There is alarm amongst port authorities about the prospect of Marine Conservation Zones being designated either within or near to port areas when decisions are announced later this year on which sites will receive formal designation.
There are currently 31 sites on which a decision will be taken over the coming months, some of which could have a major influence on port traffic. There are further sites, not due for designation in this first round, but which could be designated at a later date. The dilemma facing the ports affected is the prospect of planning blight and the influence that a designation might have on future investment and development.
In a recent letter to the Defra Minister, Richard Benyon and the Ports Minister, Stephen Hammond, both the British Ports Association and the UK Major Ports Group reiterated the serious concerns set out in their response to the original consultation which closed at the end of March. These concerns centred on the robustness of the data underpinning site selection, the apparent underestimation of socio-economic impacts and the lack of hard information in the consultation about possible management measures needed to protect the sites.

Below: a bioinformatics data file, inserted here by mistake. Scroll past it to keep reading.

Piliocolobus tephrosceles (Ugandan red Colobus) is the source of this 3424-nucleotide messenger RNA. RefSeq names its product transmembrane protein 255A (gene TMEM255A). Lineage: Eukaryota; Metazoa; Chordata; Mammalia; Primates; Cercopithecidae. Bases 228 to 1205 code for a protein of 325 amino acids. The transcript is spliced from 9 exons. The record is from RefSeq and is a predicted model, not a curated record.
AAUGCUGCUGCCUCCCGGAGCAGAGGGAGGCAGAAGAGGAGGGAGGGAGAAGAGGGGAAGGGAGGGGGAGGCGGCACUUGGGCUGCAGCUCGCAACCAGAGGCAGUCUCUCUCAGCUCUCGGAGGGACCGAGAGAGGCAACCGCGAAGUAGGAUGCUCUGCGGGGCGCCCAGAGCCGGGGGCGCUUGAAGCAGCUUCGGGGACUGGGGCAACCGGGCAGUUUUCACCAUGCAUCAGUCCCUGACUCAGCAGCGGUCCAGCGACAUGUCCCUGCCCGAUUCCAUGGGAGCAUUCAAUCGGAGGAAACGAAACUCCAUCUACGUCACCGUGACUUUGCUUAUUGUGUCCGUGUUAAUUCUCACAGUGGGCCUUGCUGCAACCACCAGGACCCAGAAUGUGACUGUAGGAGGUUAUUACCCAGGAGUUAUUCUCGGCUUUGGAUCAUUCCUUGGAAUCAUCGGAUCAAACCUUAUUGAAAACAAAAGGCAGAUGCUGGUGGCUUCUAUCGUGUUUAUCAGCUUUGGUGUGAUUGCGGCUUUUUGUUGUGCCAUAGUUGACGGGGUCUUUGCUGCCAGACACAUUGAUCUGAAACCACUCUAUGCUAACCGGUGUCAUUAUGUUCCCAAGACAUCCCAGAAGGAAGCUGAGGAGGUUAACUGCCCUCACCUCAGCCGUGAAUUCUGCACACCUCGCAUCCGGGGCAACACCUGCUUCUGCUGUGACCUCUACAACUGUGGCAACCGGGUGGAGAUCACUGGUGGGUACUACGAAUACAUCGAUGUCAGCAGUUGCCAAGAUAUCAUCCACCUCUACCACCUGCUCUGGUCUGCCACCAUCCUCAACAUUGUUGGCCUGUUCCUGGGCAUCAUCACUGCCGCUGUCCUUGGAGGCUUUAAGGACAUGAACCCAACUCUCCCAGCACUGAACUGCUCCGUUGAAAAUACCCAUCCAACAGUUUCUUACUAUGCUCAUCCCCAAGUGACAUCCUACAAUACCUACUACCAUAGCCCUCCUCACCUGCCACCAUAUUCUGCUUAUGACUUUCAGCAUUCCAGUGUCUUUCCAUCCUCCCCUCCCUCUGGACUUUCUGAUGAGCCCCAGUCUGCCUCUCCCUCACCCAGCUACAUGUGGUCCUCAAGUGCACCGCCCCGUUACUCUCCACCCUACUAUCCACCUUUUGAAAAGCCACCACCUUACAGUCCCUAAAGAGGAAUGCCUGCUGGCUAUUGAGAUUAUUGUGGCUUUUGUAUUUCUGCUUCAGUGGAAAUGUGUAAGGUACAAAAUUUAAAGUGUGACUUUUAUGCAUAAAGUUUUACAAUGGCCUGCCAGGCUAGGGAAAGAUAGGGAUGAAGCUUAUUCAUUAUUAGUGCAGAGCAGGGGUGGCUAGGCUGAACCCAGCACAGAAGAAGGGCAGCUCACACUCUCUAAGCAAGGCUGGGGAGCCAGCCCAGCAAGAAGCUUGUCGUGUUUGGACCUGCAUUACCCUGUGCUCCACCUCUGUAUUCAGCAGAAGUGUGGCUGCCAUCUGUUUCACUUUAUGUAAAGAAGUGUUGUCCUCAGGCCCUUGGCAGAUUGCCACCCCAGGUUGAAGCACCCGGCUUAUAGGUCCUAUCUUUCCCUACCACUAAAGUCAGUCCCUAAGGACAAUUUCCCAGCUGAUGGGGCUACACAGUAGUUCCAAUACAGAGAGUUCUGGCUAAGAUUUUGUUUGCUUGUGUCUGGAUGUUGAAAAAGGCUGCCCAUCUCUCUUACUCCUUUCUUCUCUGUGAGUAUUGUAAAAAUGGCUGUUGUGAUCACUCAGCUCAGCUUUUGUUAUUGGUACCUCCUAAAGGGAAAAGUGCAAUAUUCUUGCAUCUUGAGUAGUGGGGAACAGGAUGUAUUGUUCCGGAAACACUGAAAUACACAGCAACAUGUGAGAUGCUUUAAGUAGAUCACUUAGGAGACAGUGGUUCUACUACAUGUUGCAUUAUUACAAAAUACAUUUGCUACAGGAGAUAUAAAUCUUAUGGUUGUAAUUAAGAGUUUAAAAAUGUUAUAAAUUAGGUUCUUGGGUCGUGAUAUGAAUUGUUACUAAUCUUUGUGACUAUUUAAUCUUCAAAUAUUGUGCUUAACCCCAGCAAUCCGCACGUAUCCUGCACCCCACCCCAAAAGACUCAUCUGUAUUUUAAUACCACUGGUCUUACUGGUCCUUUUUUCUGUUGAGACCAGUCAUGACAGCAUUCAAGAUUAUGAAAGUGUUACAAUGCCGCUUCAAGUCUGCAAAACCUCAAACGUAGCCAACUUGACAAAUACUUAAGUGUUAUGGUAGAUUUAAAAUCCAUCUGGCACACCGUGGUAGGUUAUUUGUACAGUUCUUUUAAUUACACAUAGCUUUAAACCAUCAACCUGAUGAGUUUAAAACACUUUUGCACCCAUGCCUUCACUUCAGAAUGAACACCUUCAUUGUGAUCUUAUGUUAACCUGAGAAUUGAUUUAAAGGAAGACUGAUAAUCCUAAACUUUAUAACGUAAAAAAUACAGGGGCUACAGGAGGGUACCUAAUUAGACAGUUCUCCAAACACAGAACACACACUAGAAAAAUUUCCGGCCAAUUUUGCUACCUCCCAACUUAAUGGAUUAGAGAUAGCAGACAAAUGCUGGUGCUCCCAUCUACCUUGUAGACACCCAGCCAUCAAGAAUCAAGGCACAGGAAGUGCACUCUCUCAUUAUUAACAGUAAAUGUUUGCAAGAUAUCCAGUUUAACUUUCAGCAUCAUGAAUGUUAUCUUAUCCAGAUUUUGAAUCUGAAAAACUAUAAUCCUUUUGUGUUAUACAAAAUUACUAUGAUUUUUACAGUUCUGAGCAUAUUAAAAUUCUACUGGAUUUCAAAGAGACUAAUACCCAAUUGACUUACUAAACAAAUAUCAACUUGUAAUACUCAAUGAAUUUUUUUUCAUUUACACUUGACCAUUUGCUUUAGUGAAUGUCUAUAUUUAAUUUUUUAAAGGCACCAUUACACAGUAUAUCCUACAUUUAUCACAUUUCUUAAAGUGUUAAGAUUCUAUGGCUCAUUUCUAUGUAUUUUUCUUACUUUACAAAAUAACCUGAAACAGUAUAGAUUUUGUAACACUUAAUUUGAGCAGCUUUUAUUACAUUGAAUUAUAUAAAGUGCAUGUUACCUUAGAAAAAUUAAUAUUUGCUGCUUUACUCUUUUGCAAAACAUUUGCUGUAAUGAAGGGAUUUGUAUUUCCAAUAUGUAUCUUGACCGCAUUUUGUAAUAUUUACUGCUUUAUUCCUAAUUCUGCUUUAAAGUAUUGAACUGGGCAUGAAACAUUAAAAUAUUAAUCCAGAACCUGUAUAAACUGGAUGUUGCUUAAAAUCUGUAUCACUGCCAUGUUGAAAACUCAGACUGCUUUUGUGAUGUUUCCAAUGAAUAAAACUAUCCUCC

It was this lack of information that made the consultation extremely difficult to respond to. This is compounded by the fact that further features can be identified within a site for protection without any extra further consultation.
Above all, the industry believes that the introduction of MCZs, many of them within already highly protected areas, could place major restrictions on growth at a time when the economy needs optimal investment and development. The ports associations will be making further representations to Ministers in advance of decisions.